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Downed trees, crushed cars, roofs ripped from houses, debris and destruction as far as the eye can see has been the scene from state to state across the country. Hundreds of people have died after tornadoes swept across several states in the U.S. in recent months. On June 1 tornadoes hit Massachusetts killing four people. Likewise, in May, deadly twisters touched down and claimed lives in several states including Missouri, Oklahoma, Kansas, Alabama and Arkansas.

April saw an outbreak of tornadoes across the South and Midwest which numbered in the triple digits.

"In April, there was the greatest number of tornadoes in one month dating back to 1950 for the United States," said Greg Carbin, Warning Coordinator and Meteorologist for the National Oceanic and Atmospheric Association.

While loss of life is the most catastrophic consequence of severe weather, personal injury, property damage, and disruptions to quality of life and everyday routine are also vestiges of a devastating storm.

"There have been 515 fatalities this year," Carbin said. "That is the highest number of fatalities on record in one year since 1953."

Like any geographical area, Naval District Washington (NDW) included, its assets and community are vulnerable to damage from storms boasting high winds, precipitation, and flooding.

Commanding officers, in collaboration with tenant activities and external supporting agencies, have severe weather plans in place which go into effect to mitigate when hazardous or destructive weather threatens in order to reduce the likelihood of damage to facilities and to ensure the safety of personnel.

"In early May, we initiated the NDW Region-wide annual destructive weather planning effort to review and update our plans, incorporating lessons learned," said Thompson Gerke, Senior Operations Planner for NDW.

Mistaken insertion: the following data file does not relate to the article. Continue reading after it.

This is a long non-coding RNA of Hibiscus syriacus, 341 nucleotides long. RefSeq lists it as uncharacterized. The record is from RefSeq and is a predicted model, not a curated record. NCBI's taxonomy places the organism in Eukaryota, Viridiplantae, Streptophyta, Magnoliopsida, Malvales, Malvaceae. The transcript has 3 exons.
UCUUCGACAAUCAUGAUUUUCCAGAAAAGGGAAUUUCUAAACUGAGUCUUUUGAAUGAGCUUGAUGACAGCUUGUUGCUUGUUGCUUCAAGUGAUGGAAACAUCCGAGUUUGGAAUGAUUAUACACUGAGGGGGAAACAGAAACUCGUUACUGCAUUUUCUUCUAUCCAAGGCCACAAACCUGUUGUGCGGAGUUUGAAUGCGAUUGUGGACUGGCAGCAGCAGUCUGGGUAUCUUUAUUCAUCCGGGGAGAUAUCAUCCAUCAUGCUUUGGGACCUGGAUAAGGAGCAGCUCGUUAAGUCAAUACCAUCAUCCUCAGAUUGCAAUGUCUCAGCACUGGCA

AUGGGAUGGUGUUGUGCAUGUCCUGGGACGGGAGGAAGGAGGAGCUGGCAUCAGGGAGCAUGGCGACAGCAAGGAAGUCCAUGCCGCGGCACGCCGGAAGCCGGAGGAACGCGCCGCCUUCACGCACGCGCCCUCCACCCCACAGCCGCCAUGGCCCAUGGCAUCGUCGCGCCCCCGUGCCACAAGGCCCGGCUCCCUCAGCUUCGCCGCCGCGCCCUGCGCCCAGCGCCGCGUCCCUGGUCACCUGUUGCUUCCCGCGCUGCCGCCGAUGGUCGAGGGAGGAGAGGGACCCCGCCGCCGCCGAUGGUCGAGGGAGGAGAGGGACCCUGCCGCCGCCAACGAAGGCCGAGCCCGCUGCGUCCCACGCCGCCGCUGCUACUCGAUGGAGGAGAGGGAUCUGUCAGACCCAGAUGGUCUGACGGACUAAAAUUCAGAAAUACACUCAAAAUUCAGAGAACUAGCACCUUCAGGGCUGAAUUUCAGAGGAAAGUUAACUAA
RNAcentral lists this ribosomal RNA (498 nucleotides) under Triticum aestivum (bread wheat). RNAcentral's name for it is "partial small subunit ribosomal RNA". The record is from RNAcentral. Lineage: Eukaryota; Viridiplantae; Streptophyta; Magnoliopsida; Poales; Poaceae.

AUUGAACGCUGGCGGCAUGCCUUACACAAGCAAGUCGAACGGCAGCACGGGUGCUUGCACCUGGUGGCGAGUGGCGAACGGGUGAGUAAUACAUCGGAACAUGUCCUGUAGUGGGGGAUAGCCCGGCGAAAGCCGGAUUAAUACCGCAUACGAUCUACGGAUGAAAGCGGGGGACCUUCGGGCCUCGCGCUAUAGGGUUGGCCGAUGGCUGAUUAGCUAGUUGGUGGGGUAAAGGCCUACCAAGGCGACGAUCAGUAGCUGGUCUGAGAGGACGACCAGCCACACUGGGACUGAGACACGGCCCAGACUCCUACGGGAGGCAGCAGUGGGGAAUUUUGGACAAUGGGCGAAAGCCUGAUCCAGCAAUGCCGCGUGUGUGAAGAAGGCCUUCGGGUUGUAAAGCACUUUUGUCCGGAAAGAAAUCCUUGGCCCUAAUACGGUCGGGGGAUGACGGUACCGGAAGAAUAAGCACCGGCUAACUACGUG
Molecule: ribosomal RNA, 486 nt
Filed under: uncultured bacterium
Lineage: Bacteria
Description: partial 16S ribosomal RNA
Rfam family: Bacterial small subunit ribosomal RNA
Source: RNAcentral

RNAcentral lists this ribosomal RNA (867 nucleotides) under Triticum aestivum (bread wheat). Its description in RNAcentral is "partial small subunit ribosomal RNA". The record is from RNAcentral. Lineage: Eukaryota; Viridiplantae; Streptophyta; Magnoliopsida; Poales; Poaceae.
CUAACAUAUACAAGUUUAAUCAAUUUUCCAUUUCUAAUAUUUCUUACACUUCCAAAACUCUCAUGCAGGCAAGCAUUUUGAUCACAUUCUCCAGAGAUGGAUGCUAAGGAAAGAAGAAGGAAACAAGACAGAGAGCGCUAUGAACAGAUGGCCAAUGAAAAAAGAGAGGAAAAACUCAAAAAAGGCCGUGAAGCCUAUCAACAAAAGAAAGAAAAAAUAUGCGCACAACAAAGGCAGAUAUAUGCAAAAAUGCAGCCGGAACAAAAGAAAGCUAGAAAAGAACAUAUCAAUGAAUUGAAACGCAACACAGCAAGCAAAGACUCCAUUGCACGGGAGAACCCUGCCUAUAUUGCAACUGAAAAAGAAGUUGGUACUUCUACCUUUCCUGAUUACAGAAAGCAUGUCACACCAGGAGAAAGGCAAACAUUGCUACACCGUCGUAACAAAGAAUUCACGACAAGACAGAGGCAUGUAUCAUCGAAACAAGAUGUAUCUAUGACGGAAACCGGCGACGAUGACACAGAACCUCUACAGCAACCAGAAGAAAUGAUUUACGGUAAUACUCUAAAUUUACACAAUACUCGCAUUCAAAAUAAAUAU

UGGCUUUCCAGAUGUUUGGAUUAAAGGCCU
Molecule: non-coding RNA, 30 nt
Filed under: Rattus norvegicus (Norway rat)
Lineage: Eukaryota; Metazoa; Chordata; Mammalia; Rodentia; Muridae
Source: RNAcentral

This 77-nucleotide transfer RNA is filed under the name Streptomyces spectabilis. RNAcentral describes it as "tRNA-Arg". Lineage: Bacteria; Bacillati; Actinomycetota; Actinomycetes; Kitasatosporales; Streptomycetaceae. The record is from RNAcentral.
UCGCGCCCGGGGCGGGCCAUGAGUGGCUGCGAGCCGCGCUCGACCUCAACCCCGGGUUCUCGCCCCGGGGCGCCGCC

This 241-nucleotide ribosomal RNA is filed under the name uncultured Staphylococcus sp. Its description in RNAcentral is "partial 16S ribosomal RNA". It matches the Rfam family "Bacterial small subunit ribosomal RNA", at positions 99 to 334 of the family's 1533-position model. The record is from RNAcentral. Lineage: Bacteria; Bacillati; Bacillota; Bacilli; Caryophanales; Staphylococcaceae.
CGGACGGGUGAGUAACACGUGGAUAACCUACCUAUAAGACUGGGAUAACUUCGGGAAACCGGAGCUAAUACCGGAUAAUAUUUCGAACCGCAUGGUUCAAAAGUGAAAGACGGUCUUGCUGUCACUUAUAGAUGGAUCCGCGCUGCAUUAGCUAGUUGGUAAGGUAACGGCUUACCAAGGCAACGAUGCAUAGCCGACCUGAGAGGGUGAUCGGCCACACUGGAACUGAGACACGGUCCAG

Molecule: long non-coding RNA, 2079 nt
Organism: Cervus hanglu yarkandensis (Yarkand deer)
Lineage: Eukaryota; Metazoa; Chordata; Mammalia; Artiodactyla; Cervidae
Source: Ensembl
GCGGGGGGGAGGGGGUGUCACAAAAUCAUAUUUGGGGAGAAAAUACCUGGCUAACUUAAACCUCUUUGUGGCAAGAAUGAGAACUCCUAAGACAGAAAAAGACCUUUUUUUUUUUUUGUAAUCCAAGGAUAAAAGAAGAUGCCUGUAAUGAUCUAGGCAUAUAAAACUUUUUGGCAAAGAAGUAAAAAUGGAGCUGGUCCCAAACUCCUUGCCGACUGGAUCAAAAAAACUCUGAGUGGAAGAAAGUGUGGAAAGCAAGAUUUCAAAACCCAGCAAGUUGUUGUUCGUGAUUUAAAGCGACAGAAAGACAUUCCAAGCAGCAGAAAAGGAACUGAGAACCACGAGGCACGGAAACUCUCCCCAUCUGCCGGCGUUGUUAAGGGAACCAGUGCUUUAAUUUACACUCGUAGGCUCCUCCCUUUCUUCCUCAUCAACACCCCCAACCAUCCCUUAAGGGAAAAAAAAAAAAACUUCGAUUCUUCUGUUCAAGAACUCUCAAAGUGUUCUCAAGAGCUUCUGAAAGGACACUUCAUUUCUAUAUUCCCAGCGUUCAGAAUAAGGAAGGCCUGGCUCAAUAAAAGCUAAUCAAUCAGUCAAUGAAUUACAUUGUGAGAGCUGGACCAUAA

"The focus of this planning and preparedness effort is at the installation level. The goal of the NDW Headquarters staff and supporting regional organizations such as FISC (Fleet and Industrial Supply Center-Norfolk Washington Detachment) Washington and NAVFAC-Washington is to set the installations up for success. Tenant activity involvement in this planning effort is also critical.”

Even with planning, Gerke said severe weather poses challenges for NDW.

"The toughest challenge NDW faces is balancing a prudent destructive weather preparedness posture against mission requirements and available manpower, fiscal, and other resources to provide an acceptable degree of protection against the potential effects/consequences of a storm."

NDW is utilizing some innovative technological mechanisms to keep those working and living on bases informed of weather related emergencies.

The Wide Area Alert Network (WAAN) mass notification system provides warnings to base populations in a severe weather or emergent security situation.

The AtHoc Self Service client, a software application on Navy/Marine Corps Intranet (NMCI) computers, which appears as a purple globe icon in the users system tray, sends notification to NMCI users of key operational events or emergencies. As long as users are registered, alerts can be received on; work and home emails, work and home phones, and mobile phones via voice and text.

Giant Voice, which is a loudspeaker public address system, also enables security and emergency management personnel to provide necessary warnings that conditions outdoors have turned dangerous and informs personnel to seek safety indoors.

If you would like to be informed of changing operational conditions and emergencies at your base, or obtain more information on registering for phone, email or text alerts from the WAAN, please visit the NDW WAAN page at http://www.cnic.navy.mil/ NDW/About/WAAN/index.htm.

For additional information on how to plan and prepare for destructive weather, please visit the Federal Emergency Management Agency's (FEMA) website at http://www.ready.gov .